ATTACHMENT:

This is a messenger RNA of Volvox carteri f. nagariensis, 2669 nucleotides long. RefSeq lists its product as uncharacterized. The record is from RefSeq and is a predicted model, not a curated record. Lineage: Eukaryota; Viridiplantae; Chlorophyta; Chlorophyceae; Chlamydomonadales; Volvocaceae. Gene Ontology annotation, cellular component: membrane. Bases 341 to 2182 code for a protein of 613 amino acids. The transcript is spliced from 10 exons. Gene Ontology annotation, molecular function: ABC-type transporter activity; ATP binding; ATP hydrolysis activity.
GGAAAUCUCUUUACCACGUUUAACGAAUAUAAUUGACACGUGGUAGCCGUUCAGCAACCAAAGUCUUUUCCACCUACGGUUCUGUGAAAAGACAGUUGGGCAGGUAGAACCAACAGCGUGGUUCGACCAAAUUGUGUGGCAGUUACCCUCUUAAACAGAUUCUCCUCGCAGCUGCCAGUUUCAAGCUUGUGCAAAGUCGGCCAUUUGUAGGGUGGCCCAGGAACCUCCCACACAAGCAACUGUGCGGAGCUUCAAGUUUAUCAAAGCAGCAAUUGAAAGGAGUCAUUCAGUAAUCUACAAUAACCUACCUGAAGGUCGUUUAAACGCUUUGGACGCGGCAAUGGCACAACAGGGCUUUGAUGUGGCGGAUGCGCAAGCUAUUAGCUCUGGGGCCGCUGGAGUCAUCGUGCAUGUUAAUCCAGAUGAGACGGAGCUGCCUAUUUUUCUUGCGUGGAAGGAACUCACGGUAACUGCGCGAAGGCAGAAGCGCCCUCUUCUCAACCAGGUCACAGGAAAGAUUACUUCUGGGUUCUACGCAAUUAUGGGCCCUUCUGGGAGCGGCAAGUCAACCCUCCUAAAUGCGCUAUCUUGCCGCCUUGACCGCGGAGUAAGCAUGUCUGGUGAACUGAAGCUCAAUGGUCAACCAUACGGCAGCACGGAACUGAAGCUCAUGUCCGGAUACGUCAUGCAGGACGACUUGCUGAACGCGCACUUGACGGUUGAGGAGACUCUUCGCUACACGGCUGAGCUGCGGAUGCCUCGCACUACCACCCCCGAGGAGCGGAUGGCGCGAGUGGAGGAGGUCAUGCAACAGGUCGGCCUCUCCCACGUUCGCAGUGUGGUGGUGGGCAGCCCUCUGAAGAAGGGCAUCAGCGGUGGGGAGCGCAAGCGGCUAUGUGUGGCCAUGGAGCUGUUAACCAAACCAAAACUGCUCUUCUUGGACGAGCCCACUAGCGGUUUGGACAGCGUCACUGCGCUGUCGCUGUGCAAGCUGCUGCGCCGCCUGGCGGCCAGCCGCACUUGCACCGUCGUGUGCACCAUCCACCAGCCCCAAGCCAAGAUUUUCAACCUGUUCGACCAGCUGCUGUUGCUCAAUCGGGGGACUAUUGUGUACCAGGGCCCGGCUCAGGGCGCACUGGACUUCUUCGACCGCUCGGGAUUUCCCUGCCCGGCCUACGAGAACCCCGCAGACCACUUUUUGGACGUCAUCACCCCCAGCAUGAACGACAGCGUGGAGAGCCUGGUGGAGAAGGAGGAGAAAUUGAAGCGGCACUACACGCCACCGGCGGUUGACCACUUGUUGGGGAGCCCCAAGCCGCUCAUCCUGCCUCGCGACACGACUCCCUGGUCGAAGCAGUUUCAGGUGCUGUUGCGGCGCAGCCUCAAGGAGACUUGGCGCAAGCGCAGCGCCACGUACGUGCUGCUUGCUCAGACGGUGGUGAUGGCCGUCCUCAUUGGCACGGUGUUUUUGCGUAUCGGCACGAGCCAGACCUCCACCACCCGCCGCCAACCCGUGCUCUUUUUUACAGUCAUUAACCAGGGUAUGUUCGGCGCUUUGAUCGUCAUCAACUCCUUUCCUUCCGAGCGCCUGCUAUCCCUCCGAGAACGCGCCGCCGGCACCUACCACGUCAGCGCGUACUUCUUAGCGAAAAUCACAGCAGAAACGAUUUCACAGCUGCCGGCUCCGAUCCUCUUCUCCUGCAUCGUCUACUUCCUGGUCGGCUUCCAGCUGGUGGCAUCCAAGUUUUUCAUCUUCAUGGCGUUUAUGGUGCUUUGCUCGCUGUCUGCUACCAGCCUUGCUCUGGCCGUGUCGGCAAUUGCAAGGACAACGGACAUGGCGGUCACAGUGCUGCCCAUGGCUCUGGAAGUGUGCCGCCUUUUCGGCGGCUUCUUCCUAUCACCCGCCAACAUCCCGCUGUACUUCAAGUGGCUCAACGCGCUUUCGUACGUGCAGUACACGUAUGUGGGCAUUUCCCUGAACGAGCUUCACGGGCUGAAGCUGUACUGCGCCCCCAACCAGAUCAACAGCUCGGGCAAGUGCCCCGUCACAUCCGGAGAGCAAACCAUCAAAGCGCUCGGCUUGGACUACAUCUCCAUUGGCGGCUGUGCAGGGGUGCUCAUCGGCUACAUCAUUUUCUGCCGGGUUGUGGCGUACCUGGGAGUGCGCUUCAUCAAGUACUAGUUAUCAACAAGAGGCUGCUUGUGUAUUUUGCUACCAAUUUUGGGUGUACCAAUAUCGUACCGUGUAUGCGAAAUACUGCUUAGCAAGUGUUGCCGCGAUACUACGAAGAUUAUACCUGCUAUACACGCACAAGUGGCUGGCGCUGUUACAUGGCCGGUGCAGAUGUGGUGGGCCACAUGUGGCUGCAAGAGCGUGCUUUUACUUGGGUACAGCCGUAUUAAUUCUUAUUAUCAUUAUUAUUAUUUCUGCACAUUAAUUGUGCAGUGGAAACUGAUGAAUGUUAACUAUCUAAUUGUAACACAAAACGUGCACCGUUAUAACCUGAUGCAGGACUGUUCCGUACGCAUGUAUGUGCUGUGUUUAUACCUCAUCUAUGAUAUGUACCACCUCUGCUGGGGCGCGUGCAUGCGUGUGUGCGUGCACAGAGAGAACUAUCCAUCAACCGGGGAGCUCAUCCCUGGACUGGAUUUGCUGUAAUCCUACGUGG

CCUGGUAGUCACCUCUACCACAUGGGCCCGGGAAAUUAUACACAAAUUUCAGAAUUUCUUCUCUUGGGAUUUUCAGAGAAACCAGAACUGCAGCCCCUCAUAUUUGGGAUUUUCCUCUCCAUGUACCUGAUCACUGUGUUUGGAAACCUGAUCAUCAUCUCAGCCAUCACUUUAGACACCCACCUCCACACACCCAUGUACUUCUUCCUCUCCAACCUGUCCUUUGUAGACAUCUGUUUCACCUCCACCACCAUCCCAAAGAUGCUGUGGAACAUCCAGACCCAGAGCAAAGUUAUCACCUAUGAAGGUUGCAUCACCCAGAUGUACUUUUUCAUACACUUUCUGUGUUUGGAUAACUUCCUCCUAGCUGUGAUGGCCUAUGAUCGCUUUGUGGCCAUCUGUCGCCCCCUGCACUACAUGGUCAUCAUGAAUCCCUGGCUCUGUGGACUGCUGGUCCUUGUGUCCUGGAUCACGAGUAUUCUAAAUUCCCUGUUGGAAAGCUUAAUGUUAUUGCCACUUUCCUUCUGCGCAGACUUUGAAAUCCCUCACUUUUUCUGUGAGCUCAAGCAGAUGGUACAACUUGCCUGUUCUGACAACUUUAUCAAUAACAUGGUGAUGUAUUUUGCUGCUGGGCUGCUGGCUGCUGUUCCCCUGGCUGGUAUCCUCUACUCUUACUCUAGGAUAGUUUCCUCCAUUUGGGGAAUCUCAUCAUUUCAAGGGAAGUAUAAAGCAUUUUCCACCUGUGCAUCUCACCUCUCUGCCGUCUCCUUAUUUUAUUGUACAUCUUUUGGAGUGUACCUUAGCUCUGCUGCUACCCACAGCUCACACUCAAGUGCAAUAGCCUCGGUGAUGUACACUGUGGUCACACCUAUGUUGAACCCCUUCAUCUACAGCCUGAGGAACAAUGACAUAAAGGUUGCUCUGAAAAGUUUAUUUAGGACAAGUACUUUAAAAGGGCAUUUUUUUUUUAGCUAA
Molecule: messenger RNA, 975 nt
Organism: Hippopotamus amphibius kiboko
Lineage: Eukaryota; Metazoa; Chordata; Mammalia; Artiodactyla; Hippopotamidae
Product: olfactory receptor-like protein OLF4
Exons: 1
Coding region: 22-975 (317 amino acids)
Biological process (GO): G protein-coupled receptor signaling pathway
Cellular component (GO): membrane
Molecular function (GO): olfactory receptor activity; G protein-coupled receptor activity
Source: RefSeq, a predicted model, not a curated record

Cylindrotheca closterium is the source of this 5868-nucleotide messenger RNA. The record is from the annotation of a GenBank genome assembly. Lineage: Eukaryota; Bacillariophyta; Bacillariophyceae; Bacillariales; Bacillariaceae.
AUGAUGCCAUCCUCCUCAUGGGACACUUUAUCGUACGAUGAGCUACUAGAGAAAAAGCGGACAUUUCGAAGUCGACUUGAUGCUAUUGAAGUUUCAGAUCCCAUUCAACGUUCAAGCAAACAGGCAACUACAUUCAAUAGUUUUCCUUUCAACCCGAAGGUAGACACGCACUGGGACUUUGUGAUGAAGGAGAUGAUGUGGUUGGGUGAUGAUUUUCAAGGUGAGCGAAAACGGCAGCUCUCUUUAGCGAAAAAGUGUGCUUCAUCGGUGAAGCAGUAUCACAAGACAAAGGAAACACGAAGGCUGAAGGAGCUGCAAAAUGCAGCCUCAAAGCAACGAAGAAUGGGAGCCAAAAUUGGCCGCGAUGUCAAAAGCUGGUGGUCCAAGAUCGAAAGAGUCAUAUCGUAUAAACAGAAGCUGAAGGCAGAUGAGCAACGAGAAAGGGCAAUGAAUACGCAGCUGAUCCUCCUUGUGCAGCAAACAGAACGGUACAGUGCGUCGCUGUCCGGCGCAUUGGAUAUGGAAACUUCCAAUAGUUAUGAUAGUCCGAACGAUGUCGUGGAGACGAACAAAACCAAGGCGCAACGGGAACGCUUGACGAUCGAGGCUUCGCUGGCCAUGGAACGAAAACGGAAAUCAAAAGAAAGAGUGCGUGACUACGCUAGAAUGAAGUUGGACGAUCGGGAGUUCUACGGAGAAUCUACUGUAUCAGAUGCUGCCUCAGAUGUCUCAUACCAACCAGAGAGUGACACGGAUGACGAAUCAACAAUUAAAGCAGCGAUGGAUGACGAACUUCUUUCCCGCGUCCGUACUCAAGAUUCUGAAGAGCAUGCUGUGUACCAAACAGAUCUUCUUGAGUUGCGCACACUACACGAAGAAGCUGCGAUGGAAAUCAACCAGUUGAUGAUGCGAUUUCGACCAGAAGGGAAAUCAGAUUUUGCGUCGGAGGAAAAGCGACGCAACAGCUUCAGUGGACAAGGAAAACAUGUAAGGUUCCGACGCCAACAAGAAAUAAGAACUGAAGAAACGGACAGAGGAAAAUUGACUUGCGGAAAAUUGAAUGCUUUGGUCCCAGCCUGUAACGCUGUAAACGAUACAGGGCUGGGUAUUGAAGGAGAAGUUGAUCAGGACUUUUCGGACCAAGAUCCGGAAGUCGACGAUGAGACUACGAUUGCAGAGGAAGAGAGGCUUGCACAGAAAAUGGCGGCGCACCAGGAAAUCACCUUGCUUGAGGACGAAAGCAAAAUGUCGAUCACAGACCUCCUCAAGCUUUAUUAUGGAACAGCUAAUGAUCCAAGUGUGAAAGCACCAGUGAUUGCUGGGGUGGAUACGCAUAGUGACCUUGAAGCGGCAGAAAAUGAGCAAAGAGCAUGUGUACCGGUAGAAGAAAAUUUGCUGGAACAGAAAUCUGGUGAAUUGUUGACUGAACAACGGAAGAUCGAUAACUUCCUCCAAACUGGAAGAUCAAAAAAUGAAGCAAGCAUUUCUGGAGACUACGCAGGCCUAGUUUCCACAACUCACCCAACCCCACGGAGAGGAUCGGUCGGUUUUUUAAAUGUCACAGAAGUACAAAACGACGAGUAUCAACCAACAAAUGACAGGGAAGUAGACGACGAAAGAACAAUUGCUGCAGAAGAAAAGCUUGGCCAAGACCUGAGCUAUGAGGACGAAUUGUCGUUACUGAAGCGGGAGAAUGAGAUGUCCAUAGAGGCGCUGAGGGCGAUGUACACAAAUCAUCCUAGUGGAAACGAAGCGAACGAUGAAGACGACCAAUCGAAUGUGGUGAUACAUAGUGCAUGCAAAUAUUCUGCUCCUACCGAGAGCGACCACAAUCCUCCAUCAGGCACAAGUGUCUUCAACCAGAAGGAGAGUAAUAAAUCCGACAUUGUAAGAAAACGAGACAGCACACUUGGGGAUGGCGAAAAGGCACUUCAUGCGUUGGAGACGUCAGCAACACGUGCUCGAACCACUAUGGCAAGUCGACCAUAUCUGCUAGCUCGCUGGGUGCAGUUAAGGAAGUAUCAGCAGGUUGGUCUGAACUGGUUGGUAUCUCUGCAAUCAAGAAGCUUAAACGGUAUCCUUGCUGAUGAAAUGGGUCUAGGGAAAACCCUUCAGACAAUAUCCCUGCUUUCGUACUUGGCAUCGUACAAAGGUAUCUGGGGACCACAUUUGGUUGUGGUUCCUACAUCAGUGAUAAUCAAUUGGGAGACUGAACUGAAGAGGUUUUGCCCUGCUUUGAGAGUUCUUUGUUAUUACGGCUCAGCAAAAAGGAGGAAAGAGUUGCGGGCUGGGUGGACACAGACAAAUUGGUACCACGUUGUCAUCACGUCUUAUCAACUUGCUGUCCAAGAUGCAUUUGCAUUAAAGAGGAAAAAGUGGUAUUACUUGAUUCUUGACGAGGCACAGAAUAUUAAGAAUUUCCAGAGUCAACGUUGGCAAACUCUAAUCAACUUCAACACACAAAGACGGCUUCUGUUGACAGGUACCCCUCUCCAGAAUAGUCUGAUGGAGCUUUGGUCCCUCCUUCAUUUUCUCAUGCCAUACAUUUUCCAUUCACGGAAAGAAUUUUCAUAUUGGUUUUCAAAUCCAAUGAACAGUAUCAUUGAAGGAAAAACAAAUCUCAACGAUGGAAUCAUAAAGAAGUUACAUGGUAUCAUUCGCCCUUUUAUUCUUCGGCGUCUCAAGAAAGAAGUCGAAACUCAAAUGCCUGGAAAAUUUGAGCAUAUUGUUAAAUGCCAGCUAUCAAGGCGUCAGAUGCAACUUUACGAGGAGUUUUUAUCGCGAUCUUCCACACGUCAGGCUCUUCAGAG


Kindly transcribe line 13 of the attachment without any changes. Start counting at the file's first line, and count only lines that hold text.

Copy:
Source: RefSeq, a predicted model, not a curated record